Risk-Reducing Mastectomy: BRCA & Hereditary Cancer
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If you have high genetic risk factors or other circumstances that increase your risk for breast cancer, you may want to consider a Risk-reducing mastectomy.
Risk-reducing bilateral mastectomy is elective surgical removal of both breasts to prevent future cancer. Some women choose to have a risk-reducing mastectomy because they’re at increased risk due to carrying the BRCA1, BRCA2, or other breast cancer-related genetic mutations.
Women may also choose the surgery because they have a strong family history of cancer, have been diagnosed with lobular carcinoma in situ (LCIS) and have a family history of breast cancer, or received radiation to the chest before the age of 30. Patients undergoing a single mastectomy on a cancerous breast also have the option to have a Risk-reducing mastectomy on the opposite healthy breast at the same time, or any time later.
How Effective Is Risk-reducing Mastectomy?
While Risk-reducing mastectomy reduces a woman’s risk of developing breast cancer below that of the general population, it is important to note that it does not eliminate your risk completely. That’s because mastectomy doesn’t remove all breast tissue and small remnants of breast tissue may remain after your procedure.
Should You Consider a Risk-Reducing Mastectomy?
The National Cancer Institute recommends that only women at very high risk of breast cancer have a risk-reducing mastectomy. You might consider the surgery if you:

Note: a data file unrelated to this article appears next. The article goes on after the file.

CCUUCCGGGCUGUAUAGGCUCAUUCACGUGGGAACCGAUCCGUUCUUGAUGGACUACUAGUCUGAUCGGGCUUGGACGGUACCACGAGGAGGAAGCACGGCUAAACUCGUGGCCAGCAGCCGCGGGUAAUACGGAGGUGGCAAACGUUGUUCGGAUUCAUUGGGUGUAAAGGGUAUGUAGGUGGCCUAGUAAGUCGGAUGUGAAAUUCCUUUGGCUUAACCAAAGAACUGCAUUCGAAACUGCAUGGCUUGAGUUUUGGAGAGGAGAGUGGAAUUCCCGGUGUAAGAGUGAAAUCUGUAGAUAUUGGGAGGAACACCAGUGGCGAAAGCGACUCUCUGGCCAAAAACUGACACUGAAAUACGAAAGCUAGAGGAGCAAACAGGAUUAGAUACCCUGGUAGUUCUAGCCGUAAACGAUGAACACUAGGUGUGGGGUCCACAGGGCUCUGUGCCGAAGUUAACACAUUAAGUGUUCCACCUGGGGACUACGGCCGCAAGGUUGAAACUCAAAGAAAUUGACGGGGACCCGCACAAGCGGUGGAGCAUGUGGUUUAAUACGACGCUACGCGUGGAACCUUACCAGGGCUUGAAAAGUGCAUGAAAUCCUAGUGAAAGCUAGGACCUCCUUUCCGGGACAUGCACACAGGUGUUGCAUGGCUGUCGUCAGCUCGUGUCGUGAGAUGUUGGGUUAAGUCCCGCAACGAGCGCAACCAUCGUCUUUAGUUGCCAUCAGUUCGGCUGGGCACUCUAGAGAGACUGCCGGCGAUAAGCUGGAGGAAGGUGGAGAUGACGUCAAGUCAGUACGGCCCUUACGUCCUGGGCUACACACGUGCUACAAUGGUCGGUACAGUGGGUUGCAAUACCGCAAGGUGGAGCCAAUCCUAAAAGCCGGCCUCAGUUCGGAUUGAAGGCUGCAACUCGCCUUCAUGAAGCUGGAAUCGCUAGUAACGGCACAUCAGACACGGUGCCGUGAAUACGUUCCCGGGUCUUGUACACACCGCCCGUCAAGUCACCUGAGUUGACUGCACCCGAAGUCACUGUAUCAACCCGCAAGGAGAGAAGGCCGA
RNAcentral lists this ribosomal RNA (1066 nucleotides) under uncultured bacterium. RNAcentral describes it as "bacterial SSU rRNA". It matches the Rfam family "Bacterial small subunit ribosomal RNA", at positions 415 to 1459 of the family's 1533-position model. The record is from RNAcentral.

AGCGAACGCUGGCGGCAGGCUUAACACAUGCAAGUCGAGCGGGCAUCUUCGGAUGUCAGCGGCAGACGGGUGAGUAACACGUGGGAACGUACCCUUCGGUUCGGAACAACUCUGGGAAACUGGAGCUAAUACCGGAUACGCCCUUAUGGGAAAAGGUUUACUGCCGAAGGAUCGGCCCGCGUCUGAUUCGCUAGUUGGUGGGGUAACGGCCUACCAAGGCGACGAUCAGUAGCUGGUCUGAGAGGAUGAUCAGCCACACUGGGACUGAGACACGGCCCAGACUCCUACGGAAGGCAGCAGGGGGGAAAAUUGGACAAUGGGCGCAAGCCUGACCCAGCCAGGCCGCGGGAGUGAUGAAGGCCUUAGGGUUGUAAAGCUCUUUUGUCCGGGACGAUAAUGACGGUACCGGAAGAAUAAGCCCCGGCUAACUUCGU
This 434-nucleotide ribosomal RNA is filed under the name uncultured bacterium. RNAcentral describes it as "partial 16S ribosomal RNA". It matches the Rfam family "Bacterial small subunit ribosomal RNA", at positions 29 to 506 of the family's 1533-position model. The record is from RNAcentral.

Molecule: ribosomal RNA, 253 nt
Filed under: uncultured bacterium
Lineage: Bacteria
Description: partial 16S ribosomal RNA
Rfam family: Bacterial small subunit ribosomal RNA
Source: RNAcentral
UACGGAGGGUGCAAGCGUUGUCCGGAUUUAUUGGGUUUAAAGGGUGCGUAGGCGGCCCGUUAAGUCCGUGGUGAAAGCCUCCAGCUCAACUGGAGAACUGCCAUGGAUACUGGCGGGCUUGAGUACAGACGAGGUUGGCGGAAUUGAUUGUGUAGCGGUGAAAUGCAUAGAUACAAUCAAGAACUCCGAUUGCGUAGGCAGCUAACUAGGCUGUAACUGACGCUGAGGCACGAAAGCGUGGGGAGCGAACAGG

- Have a strong family history of breast cancer
- Carry BRCA1, BRCA2, or other breast cancer-linked mutations
- Have a history of cancer in one breast and a high risk of getting it in the other
- Were diagnosed with LCIS and have a family history of breast cancer
- Had radiation to the breast before age 30
Genetic Testing for BRCA Mutations
Women can inherit a genetic mutation that raises the risk of breast cancer from either their mother or their father. The two best-known genes that can mutate and increase breast and/or ovarian cancer risk are BRCA1 and BRCA2.
Women who have a BRCA1 or BRCA2 mutation are five times more likely to get breast cancer than women without those mutations. The BRCA mutations also make ovarian cancer more likely.
Now, we also know there are a number of other genes that are known to influence breast cancer risk. Ongoing research is helping to identify genes other than BRCA1 and BRCA2, including mutations in the PALB2, CHECK2, ATM, BARD1, PTEN, TP53, NF1, CDH1, NBN, and STK11 genes.
If you have a strong family history of breast and/or ovarian cancer, you might carry a genetic mutation and may want to consider genetic testing. You may also want to consider genetic testing if you’re unsure of your family medical history, or if you have been diagnosed with breast cancer, ovarian cancer, or two or more types of other cancers.
Genetic testing involves giving a saliva or blood sample for analysis. See a genetics counselor to learn more. It is important to consult with a specialist in cancer genetics when determining your risk for breast cancer and making risk-management decisions that are best for you.
Breast Reconstruction Options
Breast reconstruction can be done during or after risk-reducing mastectomy. If reconstruction is done at the same time as the mastectomy, it’s usually possible to do skin-sparing or nipple-sparing surgery, which removes the breast tissue and almost all of the glands where cancer is most likely to develop but preserves the skin. In some cases, your plastic surgeon may recommend a staged approach, with a breast lift or reduction performed to optimize the breast shape and nipple position prior to the mastectomy, in order to improve the aesthetic outcome.